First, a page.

8 Tips for a Healthy Marriage
To maintain our physical health and well-being, we exercise, eat right, and generally take care of ourselves (or at least try to). The same logic applies to marriage—to stay healthy, a marriage needs care and attention. Like most things in life, you get out of it only what you're willing to put in. While there's no magic formula for marriage, there are some tips that work for everyone, whether you're just married or celebrating your silver anniversary.
- Practice the "three Cs."
The "three Cs"—commitment, companionship, and communication—are essential to the success of any marriage. Your commitment to the marriage is probably the most important quality you can bring to it, and will help you get through even the most difficult times. Companionship is another way of saying that your spouse should be your best friend, your partner through anything, and someone whose company you sincerely enjoy.
Communication is something that you should always be working on together. A couple that can talk and resolve differences to achieve a positive outcome, undefensively and without criticism, is likely to have a very healthy marriage. Listening is another vital communication skill, especially in a disagreement—sit back and really focus on what your spouse is saying, and try to understand their perspective. It's also important to be flexible and willing to compromise when necessary.
- Always fight fair.
Arguing can actually strengthen your marriage when done correctly. When you fight—every couple does—make sure you play by the rules. That means not letting little things build up and become larger sources of conflict, sticking to the subject at hand, and keeping it between the two of you. (Don't involve friends, in-laws, children, etc.) Don't dig up the past, place blame or accuse each other, use negative words, or yell, scream, or talk in a threatening manner. Fight to keep your relationship on solid ground, not to win the argument.
- Forgive and let go.
We all make mistakes, but it's how these situations are handled that can define the strength of a marriage. If you've made a mistake, accept responsibility for your actions and commit to not making the same mistake again. If your spouse made the mistake, it's important to let go and move on. Not offering forgiveness can wear on both of you and create distance in your relationship.
- Laugh a little.
It's often said that laughter is the best medicine, and for good reason. Laughing with your partner can go a long way toward improving your relationship physically and emotionally, lifting your spirits and bringing you closer together. It can also reduce stress and tension, and lower your blood pressure. Try to take some time each day to share something humorous, or to remember something funny from your past together.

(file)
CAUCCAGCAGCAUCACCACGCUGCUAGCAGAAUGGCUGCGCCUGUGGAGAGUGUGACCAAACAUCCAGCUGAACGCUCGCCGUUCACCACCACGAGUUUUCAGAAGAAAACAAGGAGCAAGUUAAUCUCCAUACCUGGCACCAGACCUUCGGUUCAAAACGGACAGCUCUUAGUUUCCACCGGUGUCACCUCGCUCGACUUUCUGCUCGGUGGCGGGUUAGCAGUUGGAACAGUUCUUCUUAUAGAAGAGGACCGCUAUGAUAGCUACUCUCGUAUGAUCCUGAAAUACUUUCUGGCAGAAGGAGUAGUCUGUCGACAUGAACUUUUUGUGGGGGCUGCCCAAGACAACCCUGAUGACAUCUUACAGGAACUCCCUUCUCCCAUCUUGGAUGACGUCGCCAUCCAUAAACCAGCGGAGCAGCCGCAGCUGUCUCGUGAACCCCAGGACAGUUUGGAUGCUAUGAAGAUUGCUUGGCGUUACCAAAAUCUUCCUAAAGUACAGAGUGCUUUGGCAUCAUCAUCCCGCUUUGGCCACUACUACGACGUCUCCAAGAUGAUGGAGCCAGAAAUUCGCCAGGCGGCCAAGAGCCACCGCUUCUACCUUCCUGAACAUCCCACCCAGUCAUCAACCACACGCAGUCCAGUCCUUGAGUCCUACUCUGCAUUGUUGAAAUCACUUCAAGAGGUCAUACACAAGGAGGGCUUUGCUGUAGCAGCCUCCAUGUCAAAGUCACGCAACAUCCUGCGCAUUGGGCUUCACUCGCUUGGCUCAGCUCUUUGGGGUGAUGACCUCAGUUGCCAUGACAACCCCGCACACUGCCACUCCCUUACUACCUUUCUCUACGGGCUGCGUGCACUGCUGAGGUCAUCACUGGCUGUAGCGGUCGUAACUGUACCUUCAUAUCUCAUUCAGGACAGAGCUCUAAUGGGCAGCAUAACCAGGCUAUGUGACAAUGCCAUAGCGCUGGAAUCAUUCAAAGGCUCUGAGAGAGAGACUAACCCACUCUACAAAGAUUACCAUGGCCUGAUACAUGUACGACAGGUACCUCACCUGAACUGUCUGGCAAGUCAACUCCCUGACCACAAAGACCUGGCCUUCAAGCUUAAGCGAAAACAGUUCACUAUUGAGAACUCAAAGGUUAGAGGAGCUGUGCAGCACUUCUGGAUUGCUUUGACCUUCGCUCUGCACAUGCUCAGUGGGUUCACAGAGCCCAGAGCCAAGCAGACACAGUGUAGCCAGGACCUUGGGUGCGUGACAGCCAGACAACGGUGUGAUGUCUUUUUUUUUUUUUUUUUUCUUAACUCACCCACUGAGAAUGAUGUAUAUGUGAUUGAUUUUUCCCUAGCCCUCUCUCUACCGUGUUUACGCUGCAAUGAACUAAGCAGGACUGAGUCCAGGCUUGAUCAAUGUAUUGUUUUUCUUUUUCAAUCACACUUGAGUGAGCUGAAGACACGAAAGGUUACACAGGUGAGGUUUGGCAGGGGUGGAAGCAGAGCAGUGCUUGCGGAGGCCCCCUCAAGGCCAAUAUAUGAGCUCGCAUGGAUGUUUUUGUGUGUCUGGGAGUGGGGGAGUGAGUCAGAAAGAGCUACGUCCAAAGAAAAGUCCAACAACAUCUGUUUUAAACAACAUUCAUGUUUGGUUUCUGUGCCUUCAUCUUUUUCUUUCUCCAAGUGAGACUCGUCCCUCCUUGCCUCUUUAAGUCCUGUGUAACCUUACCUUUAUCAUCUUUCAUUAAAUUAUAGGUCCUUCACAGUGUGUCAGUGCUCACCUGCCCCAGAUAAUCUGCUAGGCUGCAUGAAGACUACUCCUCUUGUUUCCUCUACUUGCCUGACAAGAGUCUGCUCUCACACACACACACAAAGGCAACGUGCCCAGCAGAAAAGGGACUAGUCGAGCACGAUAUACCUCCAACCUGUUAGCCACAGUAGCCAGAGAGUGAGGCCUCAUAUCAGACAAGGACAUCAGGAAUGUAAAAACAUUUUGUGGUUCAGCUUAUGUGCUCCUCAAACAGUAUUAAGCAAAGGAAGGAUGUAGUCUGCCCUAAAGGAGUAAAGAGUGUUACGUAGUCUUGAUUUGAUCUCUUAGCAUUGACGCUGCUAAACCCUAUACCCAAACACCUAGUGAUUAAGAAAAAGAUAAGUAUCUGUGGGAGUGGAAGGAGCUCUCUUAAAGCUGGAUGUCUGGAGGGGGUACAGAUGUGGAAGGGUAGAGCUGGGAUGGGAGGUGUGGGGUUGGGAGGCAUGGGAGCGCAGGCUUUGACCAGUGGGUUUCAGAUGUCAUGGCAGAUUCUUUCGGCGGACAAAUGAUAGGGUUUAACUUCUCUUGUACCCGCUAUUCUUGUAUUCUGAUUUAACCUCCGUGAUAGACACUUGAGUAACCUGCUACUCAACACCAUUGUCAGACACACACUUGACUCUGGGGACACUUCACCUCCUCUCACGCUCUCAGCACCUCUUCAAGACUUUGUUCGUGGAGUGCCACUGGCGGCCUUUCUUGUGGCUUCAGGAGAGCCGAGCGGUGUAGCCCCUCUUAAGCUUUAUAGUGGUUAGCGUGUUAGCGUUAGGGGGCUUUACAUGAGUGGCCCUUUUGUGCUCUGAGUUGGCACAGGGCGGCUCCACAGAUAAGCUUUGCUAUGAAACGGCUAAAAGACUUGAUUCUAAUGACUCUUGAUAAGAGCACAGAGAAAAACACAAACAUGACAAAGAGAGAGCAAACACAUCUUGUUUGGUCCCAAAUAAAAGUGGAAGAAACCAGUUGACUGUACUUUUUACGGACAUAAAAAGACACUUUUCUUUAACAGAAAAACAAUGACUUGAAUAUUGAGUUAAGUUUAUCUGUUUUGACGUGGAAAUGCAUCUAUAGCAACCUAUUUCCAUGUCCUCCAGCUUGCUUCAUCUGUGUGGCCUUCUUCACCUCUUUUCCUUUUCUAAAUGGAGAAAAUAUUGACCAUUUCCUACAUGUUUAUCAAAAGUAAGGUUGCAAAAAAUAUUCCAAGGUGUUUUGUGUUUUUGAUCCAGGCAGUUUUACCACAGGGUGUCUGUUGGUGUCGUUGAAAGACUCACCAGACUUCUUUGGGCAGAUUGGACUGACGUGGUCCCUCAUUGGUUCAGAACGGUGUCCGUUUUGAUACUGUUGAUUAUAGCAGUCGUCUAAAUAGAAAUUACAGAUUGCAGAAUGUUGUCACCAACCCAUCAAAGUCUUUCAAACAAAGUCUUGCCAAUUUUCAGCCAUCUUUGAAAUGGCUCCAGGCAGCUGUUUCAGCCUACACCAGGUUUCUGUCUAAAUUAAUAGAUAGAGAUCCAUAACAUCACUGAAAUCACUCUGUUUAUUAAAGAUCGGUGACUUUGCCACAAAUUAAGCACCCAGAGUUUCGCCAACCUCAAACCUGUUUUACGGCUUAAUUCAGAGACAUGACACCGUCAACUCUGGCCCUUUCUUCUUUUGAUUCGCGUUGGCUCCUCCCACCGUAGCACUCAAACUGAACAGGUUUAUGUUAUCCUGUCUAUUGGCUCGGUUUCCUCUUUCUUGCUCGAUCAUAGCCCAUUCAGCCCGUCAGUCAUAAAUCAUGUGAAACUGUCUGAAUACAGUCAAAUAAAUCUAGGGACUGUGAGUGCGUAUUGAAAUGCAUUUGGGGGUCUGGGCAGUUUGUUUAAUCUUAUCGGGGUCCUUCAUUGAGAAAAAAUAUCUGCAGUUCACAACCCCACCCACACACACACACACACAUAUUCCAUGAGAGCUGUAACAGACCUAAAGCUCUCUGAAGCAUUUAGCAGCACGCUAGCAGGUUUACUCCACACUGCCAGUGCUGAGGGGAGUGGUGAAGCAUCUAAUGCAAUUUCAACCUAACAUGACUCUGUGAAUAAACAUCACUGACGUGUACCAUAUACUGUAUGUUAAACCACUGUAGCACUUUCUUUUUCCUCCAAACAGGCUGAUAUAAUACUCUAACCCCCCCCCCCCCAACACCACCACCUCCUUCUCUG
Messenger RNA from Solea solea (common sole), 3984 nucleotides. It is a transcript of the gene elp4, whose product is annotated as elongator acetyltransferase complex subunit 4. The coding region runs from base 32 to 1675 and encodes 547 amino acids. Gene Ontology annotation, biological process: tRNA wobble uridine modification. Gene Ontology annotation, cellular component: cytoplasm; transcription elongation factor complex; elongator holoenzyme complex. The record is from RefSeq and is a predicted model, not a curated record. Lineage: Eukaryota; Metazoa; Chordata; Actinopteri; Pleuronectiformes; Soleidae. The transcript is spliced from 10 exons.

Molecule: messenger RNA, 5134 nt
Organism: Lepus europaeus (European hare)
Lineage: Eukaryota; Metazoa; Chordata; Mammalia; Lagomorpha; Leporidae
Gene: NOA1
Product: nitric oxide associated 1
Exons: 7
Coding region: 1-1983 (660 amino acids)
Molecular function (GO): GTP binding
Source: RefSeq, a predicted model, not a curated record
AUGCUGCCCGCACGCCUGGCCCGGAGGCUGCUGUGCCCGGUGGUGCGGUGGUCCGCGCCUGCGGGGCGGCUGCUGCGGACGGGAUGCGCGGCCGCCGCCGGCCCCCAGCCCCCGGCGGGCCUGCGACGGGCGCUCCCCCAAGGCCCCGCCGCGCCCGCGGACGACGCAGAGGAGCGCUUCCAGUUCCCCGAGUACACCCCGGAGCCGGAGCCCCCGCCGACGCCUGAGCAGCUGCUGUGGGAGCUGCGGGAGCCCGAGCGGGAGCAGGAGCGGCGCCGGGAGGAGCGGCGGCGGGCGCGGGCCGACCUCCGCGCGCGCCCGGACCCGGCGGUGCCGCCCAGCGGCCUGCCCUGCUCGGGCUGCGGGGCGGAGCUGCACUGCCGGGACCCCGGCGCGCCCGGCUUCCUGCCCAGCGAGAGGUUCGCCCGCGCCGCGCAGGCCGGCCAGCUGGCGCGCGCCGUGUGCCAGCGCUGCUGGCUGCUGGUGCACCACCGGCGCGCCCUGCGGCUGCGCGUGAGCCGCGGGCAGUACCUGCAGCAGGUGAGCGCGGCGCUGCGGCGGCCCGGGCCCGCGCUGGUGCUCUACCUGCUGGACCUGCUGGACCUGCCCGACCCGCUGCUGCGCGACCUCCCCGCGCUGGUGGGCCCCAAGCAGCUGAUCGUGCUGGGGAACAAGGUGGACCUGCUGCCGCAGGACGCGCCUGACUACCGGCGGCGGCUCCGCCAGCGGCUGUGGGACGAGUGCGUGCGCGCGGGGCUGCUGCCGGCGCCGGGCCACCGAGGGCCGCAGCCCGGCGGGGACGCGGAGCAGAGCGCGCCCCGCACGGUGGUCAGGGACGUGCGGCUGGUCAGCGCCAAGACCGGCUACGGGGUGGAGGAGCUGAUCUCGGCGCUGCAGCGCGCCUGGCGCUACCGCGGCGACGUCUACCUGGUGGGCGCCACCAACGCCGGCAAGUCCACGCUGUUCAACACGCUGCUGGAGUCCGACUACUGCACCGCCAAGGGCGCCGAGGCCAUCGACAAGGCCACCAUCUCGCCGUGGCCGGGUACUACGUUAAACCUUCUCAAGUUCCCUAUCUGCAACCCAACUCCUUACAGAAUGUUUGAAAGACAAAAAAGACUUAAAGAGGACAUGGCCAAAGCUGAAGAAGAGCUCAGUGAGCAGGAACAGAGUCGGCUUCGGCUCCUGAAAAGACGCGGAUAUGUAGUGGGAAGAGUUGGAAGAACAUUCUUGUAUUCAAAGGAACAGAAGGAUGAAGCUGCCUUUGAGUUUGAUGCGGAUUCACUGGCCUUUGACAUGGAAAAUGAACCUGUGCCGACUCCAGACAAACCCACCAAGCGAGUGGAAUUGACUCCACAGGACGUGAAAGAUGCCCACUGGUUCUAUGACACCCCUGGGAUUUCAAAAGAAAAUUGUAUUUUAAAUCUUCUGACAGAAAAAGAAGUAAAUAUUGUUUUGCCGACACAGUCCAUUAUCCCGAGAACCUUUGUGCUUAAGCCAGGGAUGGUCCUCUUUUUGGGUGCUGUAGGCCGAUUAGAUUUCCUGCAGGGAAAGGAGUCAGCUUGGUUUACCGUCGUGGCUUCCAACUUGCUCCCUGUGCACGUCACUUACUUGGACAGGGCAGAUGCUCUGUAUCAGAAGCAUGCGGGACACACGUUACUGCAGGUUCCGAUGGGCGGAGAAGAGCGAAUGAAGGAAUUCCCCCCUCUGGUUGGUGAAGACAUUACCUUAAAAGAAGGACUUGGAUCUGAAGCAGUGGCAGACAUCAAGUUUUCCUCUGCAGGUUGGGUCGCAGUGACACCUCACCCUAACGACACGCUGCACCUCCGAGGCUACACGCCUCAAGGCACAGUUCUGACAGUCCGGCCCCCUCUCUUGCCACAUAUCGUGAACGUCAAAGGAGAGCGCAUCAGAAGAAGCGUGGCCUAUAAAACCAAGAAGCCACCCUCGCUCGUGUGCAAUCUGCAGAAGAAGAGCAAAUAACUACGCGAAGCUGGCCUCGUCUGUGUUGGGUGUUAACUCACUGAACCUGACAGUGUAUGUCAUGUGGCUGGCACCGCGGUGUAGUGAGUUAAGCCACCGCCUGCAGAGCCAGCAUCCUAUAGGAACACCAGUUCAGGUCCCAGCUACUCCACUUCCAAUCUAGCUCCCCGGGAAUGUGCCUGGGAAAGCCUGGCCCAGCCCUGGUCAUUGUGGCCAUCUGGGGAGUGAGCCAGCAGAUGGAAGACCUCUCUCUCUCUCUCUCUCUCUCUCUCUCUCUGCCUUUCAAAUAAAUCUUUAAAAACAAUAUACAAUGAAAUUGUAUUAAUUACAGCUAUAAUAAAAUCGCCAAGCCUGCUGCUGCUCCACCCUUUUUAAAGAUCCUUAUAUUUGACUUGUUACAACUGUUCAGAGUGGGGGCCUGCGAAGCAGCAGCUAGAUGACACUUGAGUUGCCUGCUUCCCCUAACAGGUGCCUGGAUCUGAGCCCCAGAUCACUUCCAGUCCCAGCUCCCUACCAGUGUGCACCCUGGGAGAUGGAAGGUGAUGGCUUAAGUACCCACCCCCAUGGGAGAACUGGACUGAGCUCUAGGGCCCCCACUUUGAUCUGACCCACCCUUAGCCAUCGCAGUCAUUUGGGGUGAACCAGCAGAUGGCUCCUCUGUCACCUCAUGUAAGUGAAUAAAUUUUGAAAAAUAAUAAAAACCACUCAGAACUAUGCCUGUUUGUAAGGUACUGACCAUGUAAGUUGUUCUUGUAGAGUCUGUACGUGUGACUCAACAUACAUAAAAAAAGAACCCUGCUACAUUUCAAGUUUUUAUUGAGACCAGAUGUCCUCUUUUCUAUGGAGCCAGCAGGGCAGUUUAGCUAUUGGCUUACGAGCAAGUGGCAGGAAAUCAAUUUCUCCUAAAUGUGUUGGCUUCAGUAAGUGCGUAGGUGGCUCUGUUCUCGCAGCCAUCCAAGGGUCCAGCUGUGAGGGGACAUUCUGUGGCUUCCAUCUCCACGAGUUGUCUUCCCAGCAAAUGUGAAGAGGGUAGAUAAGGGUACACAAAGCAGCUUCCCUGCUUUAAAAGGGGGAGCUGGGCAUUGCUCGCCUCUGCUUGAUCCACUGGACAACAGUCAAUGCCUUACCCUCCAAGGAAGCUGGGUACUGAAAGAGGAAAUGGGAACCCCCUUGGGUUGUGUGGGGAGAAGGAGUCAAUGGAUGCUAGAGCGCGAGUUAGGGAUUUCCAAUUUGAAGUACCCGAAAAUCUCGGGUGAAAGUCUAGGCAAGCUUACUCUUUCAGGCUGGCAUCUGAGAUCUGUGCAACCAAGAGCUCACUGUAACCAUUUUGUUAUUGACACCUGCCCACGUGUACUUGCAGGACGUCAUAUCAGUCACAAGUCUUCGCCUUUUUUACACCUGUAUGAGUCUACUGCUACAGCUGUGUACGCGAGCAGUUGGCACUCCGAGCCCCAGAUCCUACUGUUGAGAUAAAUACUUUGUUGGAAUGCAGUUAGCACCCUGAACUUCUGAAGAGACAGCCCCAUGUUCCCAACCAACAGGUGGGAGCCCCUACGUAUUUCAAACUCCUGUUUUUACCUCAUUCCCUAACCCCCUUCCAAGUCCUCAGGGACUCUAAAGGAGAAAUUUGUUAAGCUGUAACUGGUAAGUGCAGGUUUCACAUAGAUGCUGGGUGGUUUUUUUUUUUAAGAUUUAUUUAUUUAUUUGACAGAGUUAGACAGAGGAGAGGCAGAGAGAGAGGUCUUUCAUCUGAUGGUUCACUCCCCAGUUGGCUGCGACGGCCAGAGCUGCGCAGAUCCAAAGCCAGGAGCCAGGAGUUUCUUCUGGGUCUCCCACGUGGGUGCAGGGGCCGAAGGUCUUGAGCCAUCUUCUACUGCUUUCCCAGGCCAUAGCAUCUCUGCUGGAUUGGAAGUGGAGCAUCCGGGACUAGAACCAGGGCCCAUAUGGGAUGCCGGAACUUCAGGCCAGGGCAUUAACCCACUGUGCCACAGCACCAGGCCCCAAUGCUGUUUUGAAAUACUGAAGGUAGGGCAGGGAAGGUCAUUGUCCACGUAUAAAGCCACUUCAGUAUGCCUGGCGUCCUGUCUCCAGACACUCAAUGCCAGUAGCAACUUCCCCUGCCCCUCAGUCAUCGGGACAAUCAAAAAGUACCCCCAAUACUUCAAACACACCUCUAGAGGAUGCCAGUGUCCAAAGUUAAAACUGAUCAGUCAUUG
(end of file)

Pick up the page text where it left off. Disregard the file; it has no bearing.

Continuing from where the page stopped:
- It's OK to have (or give) some space.
It's a common misconception that if you want or need space or time alone, there is a problem with your marriage. In fact, spending time by yourself doing something you love can be extremely beneficial. Respect one another's desires to participate in activities alone—this can provide you with a fresh perspective, and give you things to discuss and share ideas about.
- Rekindle the romance.
Remember how you felt when you were dating and first married? There's no reason you can't keep those feelings well into your marriage. It's the little things that matter most...leave love notes, hold hands, dance in your living room, have a picnic. You can do so many simple things to keep the romance in your marriage alive, and you don't need to wait for a special occasion.
And don't forget that a regular sex life is good for your health, both physically and emotionally, and can bring you closer together. Fifteen to 20 percent of married Americans are estimated to have a sexless marriage (defined as less than 10 times per year). This trend has a variety of causes, and some simple solutions—don't be afraid to communicate about each other's sexual needs, and make sex a priority in your lives. (Make your bedroom a "no-TV" zone, for instance.)
- Be healthy together.
Spend time with the one you love and do something that is good for you. Take a walk, ride your bikes, go for a jog, go bowling, join a gym together...whatever activity you choose, you'll be improving your health while improving your relationship.
- Schedule "two" time.
If you have children (especially young children), it can be challenging to find time for just the two of you. It might sound strange, but try to literally "book" time on the calendar for "date nights." These are wonderful opportunities to reconnect and focus on being alone, catching up on whatever else is going on in your lives and enjoying each other's company.